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To Sting or Not to Sting: How Changes to an Ion Channel Shape Sea Anemone Stinging [Bellono Lab]

To Sting or Not to Sting: How Changes to an Ion Channel Shape Sea Anemone Stinging [Bellono Lab]

Sea anemones are known for stinging, but not all anemones sting alike. By comparing two related anemones, the Bellono Lab has identified a small change in how a particular RNA is spliced that explains big differences in stinging behavior. A paper describing these results recently appeared in the journal eLife.

“Paying attention to single proteins while thinking about systems level neuroscience, I think, is very important,” says MCB faculty Nicholas Bellono.“And I hope that this study demonstrates how that’s important…This study shows, to me anyway, that studying single proteins and how single protein function facilitates adaptation can really give us insight into complex behavior.”

In a previous study led by then-graduate student Keiko Weir, the Bellono Lab investigated the stinging behavior of the sea anemone Nematostella, a predatory species that buries itself under sand and ambushes prey with its tentacles. Stinging allows Nematostella to paralyze its prey, but doing so is energetically costly. Every time the sting response goes off, stinging cells called nematocytes fire tiny toxin-covered barbs, which have to be regrown before the anemone can sting again.

Weir and her collaborators found that Nematostella responded to a combination of physical touch and chemicals from its prey species but did not respond to touch alone. They also identified a calcium ion channel as responsible for setting off the stinging barbs. In contrast to ion channels in neurons, they found that the calcium ion channels in Nematostella are usually inactivated, such that they cannot be stimulated unless the ion channel conformation changes. “It shuts off the system before it receives a stimulus, and that’s a really weird property for these ion channels to exhibit,” Bellono says.

The new study, led by Neuroscience graduate student Lily He , looks into stinging behavior in one of Nematostella’s relatives, an anemone called Exaiptasia. Exaiptasia dwells in open areas in shallow waters, where its photosynthetic symbionts can thrive, and primarily stings in self-defense. He and her colleagues wanted to understand the differences between predatory stinging in Nematostella and defensive stinging in Exaiptasia.

The team collaborated with biophysicist Agnese Seminara of the University of Genoa to model the costs and benefits of the two stinging strategies. They found that for a starving predatory anemone, there were big rewards for stinging, but the benefits of defensive stinging didn’t correlate with whether the anemone was hungry or not. The models also indicated that a defensive stinger would likely respond to physical touch alone. These predictions lined up with what He and her colleagues observed in the live anemones.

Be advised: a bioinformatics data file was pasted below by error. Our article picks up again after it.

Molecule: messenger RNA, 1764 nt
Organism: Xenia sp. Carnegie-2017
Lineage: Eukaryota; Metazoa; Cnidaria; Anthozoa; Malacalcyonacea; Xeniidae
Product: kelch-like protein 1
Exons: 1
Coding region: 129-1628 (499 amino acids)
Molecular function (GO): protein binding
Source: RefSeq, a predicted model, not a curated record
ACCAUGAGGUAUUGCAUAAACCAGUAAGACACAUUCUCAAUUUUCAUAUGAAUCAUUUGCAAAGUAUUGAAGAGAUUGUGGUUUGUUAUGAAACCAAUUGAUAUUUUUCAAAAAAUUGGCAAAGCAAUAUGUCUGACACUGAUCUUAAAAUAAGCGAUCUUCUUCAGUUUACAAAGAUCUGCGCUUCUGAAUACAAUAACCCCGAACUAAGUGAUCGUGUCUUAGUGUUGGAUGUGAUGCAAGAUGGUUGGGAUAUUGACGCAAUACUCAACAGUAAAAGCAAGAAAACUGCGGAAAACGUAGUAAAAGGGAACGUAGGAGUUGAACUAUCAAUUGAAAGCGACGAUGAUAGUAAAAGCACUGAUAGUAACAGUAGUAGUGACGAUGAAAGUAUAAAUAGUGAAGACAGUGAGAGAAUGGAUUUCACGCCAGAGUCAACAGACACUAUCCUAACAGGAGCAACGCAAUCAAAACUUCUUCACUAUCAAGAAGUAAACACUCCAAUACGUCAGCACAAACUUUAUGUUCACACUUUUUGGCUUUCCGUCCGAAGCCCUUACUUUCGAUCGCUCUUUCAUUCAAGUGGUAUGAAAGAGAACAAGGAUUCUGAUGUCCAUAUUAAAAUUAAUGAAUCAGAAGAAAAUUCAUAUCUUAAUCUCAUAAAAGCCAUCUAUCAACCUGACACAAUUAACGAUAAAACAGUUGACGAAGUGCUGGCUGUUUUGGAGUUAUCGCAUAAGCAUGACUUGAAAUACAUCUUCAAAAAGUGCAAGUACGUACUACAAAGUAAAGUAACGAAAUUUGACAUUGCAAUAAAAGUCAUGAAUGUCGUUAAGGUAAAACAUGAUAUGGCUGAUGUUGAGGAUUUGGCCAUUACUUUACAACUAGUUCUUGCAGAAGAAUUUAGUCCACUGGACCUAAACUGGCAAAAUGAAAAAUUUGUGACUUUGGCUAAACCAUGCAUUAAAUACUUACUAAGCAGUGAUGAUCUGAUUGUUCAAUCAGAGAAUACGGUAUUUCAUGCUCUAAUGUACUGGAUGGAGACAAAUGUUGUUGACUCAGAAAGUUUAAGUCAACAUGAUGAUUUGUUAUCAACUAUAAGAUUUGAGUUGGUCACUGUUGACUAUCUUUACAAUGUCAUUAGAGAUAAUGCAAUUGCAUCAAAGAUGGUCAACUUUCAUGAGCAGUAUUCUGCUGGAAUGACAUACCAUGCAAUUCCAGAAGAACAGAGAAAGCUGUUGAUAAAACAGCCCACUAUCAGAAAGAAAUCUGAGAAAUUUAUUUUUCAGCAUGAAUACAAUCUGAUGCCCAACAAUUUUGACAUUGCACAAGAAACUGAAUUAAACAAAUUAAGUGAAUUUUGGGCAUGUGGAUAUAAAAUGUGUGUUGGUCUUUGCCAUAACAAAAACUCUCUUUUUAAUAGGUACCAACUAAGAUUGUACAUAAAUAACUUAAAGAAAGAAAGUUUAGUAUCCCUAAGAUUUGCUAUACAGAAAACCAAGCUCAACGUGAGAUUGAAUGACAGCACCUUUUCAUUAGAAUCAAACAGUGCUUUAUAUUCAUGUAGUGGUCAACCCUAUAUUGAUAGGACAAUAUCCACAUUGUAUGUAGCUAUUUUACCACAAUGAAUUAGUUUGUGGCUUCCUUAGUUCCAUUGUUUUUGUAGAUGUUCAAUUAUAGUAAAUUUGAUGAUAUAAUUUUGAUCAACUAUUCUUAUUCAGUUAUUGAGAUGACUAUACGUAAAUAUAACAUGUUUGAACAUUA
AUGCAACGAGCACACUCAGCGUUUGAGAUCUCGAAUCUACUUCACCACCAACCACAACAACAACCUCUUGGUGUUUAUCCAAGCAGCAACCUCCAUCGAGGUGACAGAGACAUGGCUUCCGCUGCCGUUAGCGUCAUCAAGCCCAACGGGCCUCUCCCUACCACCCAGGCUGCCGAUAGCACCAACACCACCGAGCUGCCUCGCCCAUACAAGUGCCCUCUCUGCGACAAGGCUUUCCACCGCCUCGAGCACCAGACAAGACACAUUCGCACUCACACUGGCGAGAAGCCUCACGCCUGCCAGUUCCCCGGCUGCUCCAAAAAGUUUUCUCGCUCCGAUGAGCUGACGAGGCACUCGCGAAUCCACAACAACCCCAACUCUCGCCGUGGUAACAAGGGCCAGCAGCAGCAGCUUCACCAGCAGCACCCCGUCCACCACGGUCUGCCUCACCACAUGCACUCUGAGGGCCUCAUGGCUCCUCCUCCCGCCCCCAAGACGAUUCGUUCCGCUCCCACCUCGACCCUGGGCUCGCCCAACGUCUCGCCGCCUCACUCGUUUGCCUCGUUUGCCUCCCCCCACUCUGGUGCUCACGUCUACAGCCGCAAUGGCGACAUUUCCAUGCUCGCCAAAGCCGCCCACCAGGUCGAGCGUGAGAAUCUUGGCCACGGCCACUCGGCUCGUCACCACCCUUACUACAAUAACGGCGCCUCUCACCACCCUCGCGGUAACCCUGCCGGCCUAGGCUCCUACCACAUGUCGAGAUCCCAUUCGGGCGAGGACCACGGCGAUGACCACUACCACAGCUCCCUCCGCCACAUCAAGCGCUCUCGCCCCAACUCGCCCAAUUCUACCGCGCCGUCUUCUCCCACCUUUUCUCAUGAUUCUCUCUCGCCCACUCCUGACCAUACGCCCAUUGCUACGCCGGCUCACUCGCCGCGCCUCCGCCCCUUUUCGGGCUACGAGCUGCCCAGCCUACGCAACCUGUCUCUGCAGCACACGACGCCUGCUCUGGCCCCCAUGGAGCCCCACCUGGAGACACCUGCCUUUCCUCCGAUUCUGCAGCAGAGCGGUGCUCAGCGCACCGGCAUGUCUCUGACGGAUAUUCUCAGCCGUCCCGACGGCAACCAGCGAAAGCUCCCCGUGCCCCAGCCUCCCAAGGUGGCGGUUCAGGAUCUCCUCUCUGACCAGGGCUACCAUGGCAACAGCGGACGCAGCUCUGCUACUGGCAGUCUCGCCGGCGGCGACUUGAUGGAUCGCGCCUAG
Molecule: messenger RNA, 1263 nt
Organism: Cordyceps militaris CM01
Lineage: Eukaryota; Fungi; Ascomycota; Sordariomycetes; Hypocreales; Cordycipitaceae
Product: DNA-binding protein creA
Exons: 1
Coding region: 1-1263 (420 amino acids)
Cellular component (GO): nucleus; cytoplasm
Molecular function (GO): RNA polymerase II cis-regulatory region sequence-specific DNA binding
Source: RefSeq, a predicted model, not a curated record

He teamed up with postdoctoral fellow Corey Allard to reveal that the same ion channel also set off Exaiptasia’s defensive stinging. “It’s very serendipitous,” says Bellono. “We analyzed these two different anemones with no idea of what would be different. Yeah, we had studied this calcium ion channel before, but we had no idea that would be the thing. Anemones sting in different ways, and just by observation, we were able to follow how this happens.”

Conducting these experiments on sensitive stinging cells was no easy feat. “Our major technique of choice for studying electrophysiology is called whole cell patch clamp,” Bellono explains. “How this works is we manipulate a glass pipette that’s hooked up to an amplifier to measure very small currents, and the glass pipette has to touch and actually manipulate the stinging cells. And that’s very difficult, because…the cells themselves are very explosive, as they shoot venom-covered barbs. So sometimes when we’re trying to work with the cell, they’ll shoot out the barb, and then your experiment is doomed. Figuring out how to work with the cells is really a challenge. Lily and Corey did a great job of sorting this out.”

After identifying the ion channel in Exaiptasia, the team carried out a series of structure and function experiments where they would induce subtle mutations in the ion channel and observe how those mutations changed the stinging behavior. These experiments revealed that Exaiptasia splices its ion-channel-encoding RNAs differently than Nematostella. This alternative splicing alters a single subunit in the ion channel protein complex, Exaiptasia’s ion channels differently from Nematostella’s.

“We were able to determine a specific region of one subunit of the calcium channel and found it’s tuned across these anemones with very different properties,” Bellono says. “We think it’s a great example of connecting subtle differences within even a part of a protein complex to different organismal behaviors.”

by Nick Bellono, Diana Crow and Lily He


(top l to bottom r) Lily He, Corey Allard, Wendy Valencia-Montoya, Stephanie Krueger, Keiko Weir, and Nick Bellono

(top l to bottom r) Lily He, Corey Allard, Wendy Valencia-Montoya, Stephanie Krueger, Keiko Weir, and Nick Bellono